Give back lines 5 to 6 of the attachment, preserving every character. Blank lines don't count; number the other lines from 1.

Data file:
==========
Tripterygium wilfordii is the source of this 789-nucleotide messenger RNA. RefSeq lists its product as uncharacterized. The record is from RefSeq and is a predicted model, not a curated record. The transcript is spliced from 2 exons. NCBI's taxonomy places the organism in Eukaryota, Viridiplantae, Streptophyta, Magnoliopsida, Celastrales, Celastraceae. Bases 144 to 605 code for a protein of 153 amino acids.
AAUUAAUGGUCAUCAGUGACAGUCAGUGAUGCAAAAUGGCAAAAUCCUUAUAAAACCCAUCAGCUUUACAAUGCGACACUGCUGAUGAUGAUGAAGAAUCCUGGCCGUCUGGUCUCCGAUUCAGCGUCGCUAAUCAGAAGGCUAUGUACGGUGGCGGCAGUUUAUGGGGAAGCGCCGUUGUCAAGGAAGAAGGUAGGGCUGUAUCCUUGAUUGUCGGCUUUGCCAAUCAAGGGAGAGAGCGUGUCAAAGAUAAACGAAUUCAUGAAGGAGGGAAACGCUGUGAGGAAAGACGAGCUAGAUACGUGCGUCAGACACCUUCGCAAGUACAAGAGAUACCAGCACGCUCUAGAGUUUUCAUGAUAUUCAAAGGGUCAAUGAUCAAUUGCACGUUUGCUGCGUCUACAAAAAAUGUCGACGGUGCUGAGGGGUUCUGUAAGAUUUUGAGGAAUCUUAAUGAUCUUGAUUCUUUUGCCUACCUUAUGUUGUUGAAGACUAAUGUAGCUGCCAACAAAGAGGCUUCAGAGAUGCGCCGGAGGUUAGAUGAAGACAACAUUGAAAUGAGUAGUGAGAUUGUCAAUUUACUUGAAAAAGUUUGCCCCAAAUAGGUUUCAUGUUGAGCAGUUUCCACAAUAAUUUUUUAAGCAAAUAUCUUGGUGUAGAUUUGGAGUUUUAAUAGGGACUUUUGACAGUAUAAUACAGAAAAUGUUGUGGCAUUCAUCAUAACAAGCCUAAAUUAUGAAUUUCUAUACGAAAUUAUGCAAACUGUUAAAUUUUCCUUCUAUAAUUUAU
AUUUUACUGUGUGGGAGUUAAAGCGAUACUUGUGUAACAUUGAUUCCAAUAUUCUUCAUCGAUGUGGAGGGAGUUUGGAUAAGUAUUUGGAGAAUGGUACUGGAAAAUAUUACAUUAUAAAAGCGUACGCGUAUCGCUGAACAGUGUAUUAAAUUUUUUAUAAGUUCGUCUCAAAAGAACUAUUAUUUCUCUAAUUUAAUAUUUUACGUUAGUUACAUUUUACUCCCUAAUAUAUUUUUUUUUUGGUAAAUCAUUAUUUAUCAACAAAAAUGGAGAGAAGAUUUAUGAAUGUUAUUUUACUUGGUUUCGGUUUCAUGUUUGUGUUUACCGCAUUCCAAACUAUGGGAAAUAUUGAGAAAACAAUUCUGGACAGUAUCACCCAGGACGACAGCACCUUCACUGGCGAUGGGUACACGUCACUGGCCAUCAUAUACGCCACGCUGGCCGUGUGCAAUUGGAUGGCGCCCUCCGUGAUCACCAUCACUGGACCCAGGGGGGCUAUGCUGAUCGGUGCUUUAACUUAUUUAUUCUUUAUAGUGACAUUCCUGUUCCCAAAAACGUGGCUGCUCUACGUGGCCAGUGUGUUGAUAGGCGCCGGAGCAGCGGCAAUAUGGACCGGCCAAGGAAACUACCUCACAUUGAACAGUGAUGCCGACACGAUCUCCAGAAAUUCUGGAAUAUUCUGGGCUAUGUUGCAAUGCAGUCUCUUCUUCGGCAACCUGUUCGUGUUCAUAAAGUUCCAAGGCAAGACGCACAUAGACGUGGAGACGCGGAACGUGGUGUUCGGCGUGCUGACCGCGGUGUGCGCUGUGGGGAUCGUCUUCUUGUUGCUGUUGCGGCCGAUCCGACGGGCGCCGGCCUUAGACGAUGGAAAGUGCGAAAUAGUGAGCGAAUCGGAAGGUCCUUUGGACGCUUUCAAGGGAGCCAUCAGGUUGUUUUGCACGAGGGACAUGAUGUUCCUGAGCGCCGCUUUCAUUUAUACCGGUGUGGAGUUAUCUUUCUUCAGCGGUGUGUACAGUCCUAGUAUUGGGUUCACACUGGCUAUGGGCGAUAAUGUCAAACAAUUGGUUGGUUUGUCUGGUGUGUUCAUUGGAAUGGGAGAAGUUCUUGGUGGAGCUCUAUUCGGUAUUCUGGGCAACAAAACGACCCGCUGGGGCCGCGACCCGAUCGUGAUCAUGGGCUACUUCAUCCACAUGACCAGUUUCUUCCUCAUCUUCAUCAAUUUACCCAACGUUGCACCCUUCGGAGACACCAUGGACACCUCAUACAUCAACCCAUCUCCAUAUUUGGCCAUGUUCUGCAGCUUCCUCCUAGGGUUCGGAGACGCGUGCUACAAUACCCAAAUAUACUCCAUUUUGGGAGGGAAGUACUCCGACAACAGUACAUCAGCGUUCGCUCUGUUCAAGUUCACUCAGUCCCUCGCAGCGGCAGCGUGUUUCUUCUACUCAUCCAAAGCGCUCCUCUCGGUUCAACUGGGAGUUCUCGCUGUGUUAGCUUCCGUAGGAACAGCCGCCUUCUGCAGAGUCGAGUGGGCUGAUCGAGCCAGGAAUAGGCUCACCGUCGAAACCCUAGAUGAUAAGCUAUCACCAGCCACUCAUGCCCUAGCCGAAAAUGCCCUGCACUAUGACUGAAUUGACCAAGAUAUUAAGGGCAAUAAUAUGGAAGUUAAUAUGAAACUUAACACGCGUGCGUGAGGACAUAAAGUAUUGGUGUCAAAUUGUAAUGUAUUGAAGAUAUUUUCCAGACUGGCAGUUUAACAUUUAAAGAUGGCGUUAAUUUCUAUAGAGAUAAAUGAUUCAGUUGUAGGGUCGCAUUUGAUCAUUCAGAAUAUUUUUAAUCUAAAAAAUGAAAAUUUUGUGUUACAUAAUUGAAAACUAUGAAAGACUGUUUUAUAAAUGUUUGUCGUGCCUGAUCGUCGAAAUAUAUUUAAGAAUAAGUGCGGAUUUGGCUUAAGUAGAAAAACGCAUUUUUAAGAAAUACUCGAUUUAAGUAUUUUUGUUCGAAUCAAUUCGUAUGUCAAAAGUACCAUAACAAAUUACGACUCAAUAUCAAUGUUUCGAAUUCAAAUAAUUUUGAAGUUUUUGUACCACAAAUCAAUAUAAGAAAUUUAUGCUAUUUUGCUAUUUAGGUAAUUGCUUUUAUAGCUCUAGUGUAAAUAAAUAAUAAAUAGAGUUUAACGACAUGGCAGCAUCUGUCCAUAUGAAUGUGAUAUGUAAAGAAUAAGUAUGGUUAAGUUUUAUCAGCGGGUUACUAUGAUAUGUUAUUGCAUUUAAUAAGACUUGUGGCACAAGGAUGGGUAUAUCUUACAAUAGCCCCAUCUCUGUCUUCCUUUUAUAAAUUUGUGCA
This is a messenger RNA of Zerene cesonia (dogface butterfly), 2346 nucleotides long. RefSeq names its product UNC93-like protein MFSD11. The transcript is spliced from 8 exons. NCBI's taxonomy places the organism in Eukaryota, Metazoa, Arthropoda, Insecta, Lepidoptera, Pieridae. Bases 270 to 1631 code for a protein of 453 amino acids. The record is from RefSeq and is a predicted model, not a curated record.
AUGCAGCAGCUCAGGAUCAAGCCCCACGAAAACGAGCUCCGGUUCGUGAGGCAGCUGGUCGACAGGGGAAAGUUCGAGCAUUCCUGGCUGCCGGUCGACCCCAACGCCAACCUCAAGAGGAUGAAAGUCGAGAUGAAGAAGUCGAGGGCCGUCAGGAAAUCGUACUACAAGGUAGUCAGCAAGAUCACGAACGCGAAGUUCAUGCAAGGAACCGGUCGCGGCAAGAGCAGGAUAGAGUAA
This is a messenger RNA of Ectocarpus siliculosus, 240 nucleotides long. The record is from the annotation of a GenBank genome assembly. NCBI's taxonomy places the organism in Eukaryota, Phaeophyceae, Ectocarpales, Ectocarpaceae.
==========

AUGCAGCAGCUCAGGAUCAAGCCCCACGAAAACGAGCUCCGGUUCGUGAGGCAGCUGGUCGACAGGGGAAAGUUCGAGCAUUCCUGGCUGCCGGUCGACCCCAACGCCAACCUCAAGAGGAUGAAAGUCGAGAUGAAGAAGUCGAGGGCCGUCAGGAAAUCGUACUACAAGGUAGUCAGCAAGAUCACGAACGCGAAGUUCAUGCAAGGAACCGGUCGCGGCAAGAGCAGGAUAGAGUAA
This is a messenger RNA of Ectocarpus siliculosus, 240 nucleotides long. The record is from the annotation of a GenBank genome assembly. NCBI's taxonomy places the organism in Eukaryota, Phaeophyceae, Ectocarpales, Ectocarpaceae.